By Jamia Wilson
In a moment of distress a few months ago, a wise woman confidant told me to find comfort in trees.
She told me about how her Buddhist practice led her to understand and celebrate arboreal power. When I explained that negative energies that were swirling around me lowered my frequency and my centeredness, she asked me to contemplate trees.
When my sage friend first mentioned it, I wondered how trees could be connected to stresses I dealt with in the workplace, the chaotic and sometimes drama-filled L-train commute, and the nagging fears I had about finances as a non-profit worker-bee and child of the student debt generation.
When I paused and reminded myself to turn off the cynical mixtape in my head and turn on active listening, I asked her to explain how my life was connected to trees. When she illuminated that a tree was still a tree no matter what happened to it, the spark went off in my mind.
My friend went on to illustrate the many scenarios the tree could endure that may change its leaves, its color, and even break some of its branches or trunk. After going through the seasons and the states that the tree would exist in, she asked me if the tree was still a tree or did the conditions around it change what it was at its very core and its simplest nature?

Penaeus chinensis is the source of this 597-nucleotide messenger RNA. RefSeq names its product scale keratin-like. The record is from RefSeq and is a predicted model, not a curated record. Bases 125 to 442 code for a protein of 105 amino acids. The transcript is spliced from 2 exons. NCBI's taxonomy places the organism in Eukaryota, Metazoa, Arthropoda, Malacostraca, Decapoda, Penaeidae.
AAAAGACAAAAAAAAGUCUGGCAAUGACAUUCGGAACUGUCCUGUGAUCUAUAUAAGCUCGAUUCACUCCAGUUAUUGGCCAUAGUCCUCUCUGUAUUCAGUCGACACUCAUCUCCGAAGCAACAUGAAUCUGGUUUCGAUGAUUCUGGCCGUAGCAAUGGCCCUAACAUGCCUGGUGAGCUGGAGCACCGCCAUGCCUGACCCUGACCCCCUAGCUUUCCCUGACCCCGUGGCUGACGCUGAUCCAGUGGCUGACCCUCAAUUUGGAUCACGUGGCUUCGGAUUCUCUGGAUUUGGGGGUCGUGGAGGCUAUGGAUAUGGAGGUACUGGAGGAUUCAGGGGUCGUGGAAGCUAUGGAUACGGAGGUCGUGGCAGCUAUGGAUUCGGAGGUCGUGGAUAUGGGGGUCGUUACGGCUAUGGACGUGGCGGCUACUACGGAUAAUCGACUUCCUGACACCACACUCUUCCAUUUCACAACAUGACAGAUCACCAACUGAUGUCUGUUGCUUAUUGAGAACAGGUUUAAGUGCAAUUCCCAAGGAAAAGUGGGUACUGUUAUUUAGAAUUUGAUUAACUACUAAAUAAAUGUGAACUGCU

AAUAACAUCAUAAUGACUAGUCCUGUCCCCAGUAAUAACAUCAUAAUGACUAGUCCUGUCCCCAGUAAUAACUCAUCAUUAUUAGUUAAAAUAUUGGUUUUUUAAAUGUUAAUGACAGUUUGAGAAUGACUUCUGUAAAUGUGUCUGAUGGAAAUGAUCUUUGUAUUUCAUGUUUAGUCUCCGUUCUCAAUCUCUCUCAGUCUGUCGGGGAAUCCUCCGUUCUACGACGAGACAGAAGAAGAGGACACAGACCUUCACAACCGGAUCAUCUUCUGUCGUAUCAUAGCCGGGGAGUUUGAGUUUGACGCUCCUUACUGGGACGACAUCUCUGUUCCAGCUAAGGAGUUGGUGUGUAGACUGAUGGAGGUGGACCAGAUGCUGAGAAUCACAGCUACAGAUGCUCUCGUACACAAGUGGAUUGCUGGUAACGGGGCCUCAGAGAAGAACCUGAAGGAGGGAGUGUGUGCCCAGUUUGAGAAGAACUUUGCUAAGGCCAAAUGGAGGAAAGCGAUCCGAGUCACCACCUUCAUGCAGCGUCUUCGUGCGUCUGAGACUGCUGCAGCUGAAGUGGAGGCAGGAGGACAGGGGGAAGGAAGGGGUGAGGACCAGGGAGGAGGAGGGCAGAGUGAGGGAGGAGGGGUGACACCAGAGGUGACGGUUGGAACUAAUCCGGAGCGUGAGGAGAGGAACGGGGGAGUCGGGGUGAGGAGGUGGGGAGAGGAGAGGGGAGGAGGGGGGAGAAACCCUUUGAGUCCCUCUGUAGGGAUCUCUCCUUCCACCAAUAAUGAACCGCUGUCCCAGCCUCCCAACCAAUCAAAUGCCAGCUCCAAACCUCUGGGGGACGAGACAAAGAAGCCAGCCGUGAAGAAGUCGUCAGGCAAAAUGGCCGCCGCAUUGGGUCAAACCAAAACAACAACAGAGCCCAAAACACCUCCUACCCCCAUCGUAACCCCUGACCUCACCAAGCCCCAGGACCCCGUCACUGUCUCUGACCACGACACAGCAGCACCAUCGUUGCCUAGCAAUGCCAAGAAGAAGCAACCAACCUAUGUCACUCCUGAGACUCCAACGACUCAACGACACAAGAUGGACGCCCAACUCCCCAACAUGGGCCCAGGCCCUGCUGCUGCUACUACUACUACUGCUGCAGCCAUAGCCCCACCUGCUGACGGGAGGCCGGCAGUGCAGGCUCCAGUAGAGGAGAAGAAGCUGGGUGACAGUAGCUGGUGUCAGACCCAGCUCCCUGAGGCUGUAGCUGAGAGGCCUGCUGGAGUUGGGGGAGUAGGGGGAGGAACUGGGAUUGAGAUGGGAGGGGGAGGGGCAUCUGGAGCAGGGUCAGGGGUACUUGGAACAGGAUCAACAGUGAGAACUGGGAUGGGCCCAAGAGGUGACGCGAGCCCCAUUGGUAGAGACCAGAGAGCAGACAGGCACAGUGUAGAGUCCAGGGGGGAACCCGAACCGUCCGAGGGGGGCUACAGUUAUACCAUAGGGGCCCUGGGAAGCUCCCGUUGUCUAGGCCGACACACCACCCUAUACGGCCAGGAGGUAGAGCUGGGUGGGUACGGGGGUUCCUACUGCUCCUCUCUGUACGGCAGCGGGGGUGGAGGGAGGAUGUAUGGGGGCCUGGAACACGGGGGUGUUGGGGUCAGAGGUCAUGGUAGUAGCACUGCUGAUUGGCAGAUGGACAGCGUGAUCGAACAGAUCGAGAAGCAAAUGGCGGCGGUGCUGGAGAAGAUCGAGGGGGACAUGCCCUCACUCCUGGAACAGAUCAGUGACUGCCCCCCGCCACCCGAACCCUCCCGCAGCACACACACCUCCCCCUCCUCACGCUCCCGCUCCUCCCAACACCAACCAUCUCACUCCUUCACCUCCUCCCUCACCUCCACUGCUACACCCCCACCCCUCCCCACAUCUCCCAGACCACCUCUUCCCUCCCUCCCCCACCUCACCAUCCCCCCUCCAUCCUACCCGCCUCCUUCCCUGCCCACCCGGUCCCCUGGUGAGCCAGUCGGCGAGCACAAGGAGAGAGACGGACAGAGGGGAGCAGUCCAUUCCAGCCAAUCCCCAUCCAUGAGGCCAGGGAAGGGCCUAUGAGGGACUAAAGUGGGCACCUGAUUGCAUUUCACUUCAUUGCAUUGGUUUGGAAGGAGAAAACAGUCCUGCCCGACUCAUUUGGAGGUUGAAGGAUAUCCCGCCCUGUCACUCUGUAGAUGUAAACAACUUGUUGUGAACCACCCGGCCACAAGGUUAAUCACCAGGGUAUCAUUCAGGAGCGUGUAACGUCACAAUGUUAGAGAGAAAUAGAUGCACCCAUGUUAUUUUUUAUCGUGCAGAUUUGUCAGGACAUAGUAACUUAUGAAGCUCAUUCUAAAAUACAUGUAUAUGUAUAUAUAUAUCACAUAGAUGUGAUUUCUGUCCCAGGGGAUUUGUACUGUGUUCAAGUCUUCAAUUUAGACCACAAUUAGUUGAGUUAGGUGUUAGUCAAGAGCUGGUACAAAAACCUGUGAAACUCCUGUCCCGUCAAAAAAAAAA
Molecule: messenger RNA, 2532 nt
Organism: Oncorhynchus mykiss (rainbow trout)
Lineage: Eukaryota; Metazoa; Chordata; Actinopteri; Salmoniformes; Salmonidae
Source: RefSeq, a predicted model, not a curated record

I hold the wisdom of this lesson close to my heart. I have shared it with a few friends who have faced adversity and hardships in the fast few weeks, reminding them that they were trees yesterday, trees today, and will be trees tomorrow no matter what maelstrom of pain might crash into their lives.
I learned this metaphor about trees a few weeks before political and environmental activist Wangari Maathai passed away. As soon as I heard of her transition from this life in late September, I thought about all of the trees she planted in her environmental conservation and women’s rights endeavors. I contemplated the many ways that we give life, plant seeds, or simply “be” – existing as strong, resilient, enduring, and soulful pillars of wisdom and history.
Now, whenever I face a new challenge, I imagine myself as a tree, rooted in earth, with many rings including etchings of all of my stories of sublime moments and points of suffering.
I face fear with the understanding that I am a tree no matter what elements confront me. God created me and nothing can change the core essence of who I am. I will remain a tree in the face of ferocious fire, air, or water. I am sturdy, strong, wise, and divinely feminine.